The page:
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DMZ Startup “Rumie” helping provide academic tools to marginalized communities

By Sabhie Qadeer

A DMZ startup is changing the way students of all backgrounds use academic tools in the classroom.

With print textbooks becoming a thing of the past, the Rumie Initiative hopes to provide over ten thousand textbooks worth of material to students in need through its LearnCloud platform. The LearnCloud includes a personalized library of videos and applications that can be accessed at school, at home or on the go.

Working alongside Indigenous communities is a key focus of the Rumie Initiative. “We have a staff member who works a lot with Indigenous communities up north,” says Tiffany Janzen, a Ryerson alumna and Developer for Rumie. “It’s all about what they want to learn.”

Since winning the Google Impact Challenge in 2017, the innovative team at Rumie has expanded from their humble beginnings in the DMZ to an office of their own with a focus on Indigenous communities. Rumie has improved its solutions in many ways by growing its LearnCloud platform according to the needs of Indigenous educators

By allowing educators to choose which content to use in the classroom, students can use Rumie tablets to learn a plethora of new things, from practicing languages to learning how to play guitar.

Photo Courtesy: Rumie

What makes Rumie different from other providers of educational tools is their Content Lockdown feature, which restricts certain aspects of the Rumie tablet to ensure that educational use remains the priority. “If an NGO is working with a refugee camp, and they don’t want them to have access to the Internet, because of whatever their reasons are, we can prevent them from going on to the Internet,” explains Janzen.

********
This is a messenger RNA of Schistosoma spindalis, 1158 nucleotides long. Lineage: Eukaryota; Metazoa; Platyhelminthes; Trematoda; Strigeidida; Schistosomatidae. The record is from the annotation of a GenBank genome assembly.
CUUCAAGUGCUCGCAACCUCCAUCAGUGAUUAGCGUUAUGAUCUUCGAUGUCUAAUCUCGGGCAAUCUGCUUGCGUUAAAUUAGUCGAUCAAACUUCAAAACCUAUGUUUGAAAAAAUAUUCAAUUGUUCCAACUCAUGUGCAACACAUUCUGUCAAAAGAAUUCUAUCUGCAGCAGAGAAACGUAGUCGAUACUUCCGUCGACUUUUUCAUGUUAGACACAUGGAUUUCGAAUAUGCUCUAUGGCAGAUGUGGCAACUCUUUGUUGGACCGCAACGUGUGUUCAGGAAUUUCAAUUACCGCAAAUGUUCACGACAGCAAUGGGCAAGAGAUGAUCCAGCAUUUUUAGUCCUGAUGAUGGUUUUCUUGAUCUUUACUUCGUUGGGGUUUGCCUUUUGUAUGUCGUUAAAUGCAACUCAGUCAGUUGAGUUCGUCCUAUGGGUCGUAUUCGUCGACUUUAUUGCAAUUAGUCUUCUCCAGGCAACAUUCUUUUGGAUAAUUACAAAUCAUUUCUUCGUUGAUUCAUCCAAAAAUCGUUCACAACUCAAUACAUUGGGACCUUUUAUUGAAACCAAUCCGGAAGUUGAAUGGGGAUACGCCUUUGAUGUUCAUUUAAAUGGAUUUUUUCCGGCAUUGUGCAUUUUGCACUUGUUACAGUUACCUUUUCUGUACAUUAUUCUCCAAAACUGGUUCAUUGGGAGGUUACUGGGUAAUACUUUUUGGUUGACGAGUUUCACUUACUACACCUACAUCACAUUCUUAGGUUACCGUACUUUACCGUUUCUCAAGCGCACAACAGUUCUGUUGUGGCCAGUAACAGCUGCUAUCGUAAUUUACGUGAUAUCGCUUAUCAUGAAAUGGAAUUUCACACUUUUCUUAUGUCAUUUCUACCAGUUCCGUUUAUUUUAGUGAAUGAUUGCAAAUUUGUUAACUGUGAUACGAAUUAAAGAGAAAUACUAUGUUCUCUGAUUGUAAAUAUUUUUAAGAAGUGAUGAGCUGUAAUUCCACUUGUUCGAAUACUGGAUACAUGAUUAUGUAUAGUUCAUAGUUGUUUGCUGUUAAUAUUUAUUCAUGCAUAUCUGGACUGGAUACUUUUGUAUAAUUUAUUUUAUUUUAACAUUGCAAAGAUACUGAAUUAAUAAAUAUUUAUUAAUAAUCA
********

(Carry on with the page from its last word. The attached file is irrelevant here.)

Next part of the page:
Mair Greenfield, Director of Indigenous Programs at the Rumie Initiative, says there are “well over 5000 resources to support community voiced requests for mental health, food sovereignty, Indigenous language, culture, food sovereignty, reconciliation information and Canadian history and literacy, numeracy”.

With LearnCloud now offering content in over a hundred Indigenous dialects, it has also incorporated content from several education organizations including Rick Hansen Foundation, and the Centre for Suicide Prevention

Teachers may contribute to the LearnCloud by uploading their own resources to share with everyone. The Rumie Initiative believes digitizing traditional forms of media (paper, VHS, DVD to PDF and YouTube formats) can foster efforts of Indigenous language and culture preservation.

“In reality, there are so many people, so many communities who don’t have access to [the Internet],” says Janzen. “It’s a huge benefit to them for being able to learn in an offline environment.”

Rumie continues to grow to over 23 countries across the world in its effort to provide free, quality education to those in need.

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